Last revised by Andrea Molinari on 04 Jun 2022

Odontomas are one of the most common mandibular lesions encountered and the most common odontogenic tumors of the mandible. They account for up to two-thirds of all such tumors; the next most common are ameloblastomas, making up the majority of the remaining one-third.

They can occur at any age, although typically are diagnosed in the 2nd decade of life.

They can be thought of as a 'tooth hamartoma', with the lesion consisting of various tooth components (dentin, cementum, pulpal tissue, and enamel). They are divided histologically into:

Approximately half will be associated with an unerupted tooth, the rest being diagnosed both before or after tooth eruption.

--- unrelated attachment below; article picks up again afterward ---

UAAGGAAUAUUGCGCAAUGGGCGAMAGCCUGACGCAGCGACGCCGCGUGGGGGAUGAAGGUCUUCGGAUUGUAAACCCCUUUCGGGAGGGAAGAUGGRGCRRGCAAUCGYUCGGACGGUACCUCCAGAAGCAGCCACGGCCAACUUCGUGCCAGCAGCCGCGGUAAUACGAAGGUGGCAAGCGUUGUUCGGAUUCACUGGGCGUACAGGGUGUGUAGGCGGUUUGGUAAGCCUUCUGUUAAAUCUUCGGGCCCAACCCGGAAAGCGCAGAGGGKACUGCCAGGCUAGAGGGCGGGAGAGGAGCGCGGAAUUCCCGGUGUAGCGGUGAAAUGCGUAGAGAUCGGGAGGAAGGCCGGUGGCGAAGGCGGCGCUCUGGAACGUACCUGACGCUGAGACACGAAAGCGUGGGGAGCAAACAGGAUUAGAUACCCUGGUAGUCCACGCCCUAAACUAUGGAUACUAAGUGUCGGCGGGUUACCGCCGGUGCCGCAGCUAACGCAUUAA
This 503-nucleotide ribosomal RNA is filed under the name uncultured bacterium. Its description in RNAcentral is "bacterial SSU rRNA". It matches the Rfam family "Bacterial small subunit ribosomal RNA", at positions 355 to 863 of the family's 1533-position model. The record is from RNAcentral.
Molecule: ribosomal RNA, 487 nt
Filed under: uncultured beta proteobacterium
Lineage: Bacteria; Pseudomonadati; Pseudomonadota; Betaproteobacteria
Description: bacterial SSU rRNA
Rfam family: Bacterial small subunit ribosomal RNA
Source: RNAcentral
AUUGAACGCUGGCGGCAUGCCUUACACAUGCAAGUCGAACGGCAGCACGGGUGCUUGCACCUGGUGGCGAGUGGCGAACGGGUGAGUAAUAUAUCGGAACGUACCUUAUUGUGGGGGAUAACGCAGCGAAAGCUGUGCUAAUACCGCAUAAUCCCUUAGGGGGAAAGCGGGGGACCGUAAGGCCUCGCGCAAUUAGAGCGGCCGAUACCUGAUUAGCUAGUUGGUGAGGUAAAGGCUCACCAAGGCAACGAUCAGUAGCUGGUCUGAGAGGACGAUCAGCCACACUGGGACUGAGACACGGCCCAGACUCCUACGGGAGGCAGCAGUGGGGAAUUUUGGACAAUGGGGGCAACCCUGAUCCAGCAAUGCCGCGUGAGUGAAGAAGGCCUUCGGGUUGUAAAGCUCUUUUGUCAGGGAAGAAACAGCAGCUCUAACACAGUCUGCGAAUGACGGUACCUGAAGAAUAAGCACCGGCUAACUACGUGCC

Odontomas are one of the features of Gardner syndrome 5.

Initially, the tumor is lucent, but with time, it develops small calcifications which eventually coalesce to form a radiodense lesion with a lucent rim.

Epithelial components may occasionally give rise to a dentigerous cyst.

Surgical resection is the treatment of choice and there is no recurrence.

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Cases and figures

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